Your pregnancy test was positive and now it’s time for your first prenatal check-up. Although by week eight your little one will be the size of a ring, there is a myriad of things to talk about with your practitioner. Your first prenatal check-up will be one of the longest you’ll experience during your pregnancy, but also the most educational. From tests and prenatal care to discussing your birth options, you’ll spend lots of time asking questions and getting answers.
Here are the specifics on when to schedule your first appointment, how to get ready for it and what actually happens while you're there.
When should I schedule my first prenatal check-up?
You should schedule a prenatal visit as soon as you know you are pregnant. Once you’re sure the test is positive, call your practitioner to set up an appointment. In order to have a healthy pregnancy and baby, good prenatal care is crucial.
When will my first prenatal check-up take place?
Your first prenatal visit will generally be around 8 weeks after your last menstrual period. Make sure you get in touch with your practitioner as soon as you know you’re pregnant as you might have to wait several weeks for an appointment. If you’re worried that your pregnancy might be high-risk, then check in with your practitioner’s office to see if you can get an earlier check-up. If you’re not certain whether you’re pregnant, certain OB/GYN offices also offer an earlier "pre-OB" visit to confirm a pregnancy.
Regardless of the date of your first check-up, start acting pregnant and take precautions. Read about the basics of a pregnancy and don’t be afraid to call your practitioner if you have any concerns.
What can I expect for my first prenatal check-up?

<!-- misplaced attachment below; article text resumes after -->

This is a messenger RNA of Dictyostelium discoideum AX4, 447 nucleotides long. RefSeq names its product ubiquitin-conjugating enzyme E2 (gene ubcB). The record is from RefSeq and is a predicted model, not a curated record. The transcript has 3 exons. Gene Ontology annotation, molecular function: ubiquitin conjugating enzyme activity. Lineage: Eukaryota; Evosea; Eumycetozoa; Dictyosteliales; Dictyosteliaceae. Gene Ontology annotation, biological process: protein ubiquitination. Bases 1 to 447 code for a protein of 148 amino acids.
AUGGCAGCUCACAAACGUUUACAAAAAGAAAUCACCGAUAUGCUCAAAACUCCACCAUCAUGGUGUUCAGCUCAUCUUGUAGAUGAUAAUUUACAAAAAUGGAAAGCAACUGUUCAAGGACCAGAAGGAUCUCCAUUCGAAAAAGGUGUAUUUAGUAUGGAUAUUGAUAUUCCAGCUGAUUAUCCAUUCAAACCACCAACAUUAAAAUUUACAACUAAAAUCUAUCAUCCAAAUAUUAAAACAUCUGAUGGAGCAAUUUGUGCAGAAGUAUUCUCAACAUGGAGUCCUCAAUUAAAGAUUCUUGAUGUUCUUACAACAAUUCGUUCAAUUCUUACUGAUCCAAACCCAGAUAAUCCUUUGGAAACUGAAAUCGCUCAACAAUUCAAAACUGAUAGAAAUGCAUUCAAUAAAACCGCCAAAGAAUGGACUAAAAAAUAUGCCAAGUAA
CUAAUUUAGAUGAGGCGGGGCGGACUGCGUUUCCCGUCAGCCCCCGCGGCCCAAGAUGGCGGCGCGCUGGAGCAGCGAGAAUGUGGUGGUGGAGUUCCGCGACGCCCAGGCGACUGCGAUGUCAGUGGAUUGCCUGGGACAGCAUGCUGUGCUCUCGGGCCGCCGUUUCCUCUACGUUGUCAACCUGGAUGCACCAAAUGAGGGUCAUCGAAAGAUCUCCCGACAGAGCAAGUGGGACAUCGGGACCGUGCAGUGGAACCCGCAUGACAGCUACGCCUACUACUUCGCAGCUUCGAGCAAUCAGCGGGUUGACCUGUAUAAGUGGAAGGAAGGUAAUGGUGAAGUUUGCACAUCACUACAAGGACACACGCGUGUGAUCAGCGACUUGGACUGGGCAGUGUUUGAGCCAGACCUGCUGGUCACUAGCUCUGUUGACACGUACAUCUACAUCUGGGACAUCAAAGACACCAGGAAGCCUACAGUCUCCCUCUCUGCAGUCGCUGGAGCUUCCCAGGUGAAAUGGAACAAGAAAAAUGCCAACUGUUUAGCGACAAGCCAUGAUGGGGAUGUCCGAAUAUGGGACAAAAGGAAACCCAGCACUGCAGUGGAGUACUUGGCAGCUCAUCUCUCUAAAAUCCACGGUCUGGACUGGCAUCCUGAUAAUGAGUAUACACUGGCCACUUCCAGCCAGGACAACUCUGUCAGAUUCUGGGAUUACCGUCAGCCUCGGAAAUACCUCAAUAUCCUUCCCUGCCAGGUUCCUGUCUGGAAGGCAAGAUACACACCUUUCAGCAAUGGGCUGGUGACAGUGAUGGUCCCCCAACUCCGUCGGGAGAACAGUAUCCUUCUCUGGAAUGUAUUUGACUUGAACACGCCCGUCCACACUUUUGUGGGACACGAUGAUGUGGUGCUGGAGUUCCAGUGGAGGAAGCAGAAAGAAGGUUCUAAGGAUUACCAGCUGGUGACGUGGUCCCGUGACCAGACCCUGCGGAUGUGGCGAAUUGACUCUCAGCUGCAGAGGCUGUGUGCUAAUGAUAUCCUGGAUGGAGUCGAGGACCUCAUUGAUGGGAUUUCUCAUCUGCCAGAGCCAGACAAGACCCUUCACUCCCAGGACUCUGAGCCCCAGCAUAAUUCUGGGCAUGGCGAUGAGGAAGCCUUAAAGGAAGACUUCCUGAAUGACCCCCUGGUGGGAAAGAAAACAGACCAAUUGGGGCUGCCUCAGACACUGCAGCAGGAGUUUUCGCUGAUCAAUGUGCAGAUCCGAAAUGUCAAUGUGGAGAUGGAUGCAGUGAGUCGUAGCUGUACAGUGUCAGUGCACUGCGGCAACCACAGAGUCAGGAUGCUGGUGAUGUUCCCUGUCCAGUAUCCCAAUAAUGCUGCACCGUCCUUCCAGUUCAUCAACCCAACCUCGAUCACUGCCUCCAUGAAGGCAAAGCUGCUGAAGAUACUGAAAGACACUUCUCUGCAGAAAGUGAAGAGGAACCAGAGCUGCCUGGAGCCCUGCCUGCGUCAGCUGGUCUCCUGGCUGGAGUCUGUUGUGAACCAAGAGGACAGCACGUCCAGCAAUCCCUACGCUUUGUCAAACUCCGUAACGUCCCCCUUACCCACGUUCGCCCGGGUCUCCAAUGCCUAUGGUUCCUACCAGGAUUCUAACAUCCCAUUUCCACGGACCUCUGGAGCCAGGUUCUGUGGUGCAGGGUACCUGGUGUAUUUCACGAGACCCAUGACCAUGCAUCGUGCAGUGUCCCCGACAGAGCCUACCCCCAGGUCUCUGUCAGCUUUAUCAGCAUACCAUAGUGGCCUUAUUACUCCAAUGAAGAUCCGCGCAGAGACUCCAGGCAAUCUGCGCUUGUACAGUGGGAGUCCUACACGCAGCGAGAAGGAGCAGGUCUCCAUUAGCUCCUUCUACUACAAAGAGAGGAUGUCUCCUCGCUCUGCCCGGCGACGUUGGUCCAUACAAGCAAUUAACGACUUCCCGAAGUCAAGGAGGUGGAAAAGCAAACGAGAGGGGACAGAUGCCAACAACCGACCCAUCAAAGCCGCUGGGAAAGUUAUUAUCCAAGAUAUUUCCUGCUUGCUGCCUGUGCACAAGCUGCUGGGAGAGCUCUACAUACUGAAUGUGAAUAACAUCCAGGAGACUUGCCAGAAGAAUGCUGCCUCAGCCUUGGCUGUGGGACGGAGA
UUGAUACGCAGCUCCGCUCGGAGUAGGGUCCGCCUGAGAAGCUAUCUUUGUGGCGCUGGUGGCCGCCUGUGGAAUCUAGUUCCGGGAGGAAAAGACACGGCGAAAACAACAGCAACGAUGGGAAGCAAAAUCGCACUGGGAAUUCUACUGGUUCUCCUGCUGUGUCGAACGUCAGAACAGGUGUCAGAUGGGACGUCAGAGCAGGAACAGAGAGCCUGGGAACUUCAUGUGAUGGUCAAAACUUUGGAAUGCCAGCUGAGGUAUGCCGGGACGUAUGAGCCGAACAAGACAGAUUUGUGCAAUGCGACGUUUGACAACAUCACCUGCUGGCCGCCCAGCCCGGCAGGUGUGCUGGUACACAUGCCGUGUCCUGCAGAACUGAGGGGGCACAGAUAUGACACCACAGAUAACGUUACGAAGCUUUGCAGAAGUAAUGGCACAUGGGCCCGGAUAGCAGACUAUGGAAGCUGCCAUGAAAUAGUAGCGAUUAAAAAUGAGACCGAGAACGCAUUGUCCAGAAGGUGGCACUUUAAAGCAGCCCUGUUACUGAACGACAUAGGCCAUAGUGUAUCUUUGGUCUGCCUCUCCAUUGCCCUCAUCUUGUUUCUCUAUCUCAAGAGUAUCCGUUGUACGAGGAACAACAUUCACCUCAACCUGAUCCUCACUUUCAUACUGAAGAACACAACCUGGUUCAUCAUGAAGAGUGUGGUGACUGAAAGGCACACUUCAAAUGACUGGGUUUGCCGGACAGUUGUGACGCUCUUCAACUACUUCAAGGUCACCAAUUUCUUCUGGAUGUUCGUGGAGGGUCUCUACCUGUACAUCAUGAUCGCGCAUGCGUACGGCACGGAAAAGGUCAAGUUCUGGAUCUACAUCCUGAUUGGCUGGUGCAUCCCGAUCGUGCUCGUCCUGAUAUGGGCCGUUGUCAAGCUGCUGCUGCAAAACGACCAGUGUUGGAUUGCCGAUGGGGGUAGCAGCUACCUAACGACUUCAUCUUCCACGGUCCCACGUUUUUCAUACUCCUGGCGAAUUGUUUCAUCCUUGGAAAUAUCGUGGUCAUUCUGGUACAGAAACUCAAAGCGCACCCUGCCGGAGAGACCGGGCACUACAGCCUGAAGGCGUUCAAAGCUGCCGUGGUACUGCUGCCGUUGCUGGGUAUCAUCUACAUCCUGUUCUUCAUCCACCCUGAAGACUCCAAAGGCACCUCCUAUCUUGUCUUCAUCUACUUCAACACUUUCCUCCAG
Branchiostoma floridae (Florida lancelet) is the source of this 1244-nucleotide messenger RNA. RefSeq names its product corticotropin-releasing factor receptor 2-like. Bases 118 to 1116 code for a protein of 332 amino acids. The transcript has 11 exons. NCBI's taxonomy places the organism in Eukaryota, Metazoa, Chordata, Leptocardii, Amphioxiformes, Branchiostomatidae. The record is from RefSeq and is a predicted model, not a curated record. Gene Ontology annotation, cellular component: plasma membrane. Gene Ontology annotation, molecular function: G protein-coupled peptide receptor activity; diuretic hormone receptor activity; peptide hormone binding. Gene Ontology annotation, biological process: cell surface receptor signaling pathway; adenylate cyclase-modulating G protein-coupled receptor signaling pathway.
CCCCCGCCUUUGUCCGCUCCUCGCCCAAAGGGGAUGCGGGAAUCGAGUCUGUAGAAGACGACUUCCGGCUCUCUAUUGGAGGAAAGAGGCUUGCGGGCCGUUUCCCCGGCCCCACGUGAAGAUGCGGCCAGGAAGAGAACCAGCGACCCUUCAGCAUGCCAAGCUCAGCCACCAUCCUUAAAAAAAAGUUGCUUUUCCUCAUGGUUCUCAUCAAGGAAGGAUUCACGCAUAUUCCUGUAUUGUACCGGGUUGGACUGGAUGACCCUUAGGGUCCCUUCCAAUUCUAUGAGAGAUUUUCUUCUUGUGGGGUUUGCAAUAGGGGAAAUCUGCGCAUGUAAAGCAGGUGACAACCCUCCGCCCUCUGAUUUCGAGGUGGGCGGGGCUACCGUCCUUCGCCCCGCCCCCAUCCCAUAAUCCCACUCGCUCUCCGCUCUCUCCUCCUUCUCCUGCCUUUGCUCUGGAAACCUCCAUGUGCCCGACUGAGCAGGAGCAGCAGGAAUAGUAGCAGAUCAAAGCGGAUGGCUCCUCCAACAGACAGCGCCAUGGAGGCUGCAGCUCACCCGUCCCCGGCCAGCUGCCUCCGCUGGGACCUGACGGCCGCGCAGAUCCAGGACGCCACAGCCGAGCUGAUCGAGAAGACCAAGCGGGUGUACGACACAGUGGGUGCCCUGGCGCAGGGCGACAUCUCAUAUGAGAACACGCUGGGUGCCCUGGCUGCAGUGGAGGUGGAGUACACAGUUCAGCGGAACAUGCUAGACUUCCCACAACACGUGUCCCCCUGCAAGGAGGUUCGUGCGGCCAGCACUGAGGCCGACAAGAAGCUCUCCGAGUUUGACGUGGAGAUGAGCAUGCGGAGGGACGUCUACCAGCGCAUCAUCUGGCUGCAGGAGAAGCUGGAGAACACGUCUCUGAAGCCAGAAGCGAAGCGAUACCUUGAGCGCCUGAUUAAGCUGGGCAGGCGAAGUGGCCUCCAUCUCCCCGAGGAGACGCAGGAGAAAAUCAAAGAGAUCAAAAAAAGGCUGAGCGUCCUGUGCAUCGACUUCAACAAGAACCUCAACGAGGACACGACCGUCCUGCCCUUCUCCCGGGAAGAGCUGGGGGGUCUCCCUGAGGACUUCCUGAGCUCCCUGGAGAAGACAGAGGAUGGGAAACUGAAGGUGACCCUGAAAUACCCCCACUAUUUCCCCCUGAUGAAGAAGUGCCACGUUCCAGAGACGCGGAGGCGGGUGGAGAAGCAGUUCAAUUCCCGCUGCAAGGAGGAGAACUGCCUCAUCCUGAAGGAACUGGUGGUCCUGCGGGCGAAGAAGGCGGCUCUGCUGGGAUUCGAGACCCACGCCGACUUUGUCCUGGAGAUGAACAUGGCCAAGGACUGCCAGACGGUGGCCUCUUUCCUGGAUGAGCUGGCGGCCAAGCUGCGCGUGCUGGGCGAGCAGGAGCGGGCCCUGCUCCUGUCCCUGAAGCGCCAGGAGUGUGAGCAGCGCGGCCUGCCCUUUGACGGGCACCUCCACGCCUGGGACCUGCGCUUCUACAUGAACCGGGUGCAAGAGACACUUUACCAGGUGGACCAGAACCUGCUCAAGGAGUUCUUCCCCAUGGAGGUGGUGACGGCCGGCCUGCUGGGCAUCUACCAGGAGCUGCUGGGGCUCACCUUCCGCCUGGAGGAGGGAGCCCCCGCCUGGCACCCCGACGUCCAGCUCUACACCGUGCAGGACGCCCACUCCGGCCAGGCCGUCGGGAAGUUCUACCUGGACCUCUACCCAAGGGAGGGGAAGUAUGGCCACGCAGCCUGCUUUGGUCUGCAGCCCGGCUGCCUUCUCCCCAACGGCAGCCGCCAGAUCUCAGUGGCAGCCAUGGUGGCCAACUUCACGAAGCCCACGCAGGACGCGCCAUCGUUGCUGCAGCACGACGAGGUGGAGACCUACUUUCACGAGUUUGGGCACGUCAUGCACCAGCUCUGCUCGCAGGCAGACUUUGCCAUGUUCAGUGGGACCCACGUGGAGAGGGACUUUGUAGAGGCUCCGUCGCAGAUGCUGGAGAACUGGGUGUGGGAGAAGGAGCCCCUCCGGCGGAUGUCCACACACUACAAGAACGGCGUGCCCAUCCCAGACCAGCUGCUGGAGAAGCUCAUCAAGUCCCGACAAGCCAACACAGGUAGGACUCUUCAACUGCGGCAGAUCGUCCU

- You will have a full physical exam. Your doctor will check your vitals, blood pressure, heart rate, and heart functioning. The doctor might also ask you questions about your lifestyle choices, such as smoking, alcohol use, sexual health, diet, and exercise.
- You will have a breast and pelvic exam. The doctor will check for cervical cancer and any sexually transmitted infections via Pap test.
- Your doctor/practitioner will draw blood to check for:
- Blood problems
- Your blood type and Rh status
- Syphilis, HIV, and hepatitis B
- Immunity to rubella
- Diseases such as diabetes and thyroid dysfunction
- You will have a urine test so that your doctor can check for kidney disease, bladder infection, and sugar and protein levels.
- Your doctor will perform genetic carrier screening. This test will determine whether you’re a carrier for the more common genetic conditions such as cystic fibrosis, sickle cell anemia, thalassemia, and Tay-Sachs disease.
In addition, most practitioners do an ultrasound during the first visit so you can see your baby. However, others might wait until a bit later when there’s more to see.
What will I discuss with my practitioner?
In order to have a healthy pregnancy and baby, it’s important to be as open as possible with your practitioner. Be ready to discuss:
- Your lifestyle choices that could affect the baby, including smoking, alcohol use, or drug use
- Your personal and family medical history. Be open about your history of abortions and/or miscarriages. Discuss any medications you’re taking and previous hospitalizations.
- Your emotional state and discuss any history of depression or other mental illness.
- Mention your ethnic background as some ethnicities are more likely to pass certain genetic disorders.
What are some possible questions to ask my practitioner?
- What is a suitable prenatal vitamin?
- What food should I be eating more of during my pregnancy and what food should I avoid?
- What are the pros and cons of a vaginal birth?
- What are the pros and cons of a C-section?
- What is my due date?
- Is it safe to exercise? Are there any exercises I should avoid?
- What symptoms should I expect?
- How long will my morning sickness symptoms last?
- Should I take any precautions for sex during pregnancy?
- When will you schedule my next prenatal check-up?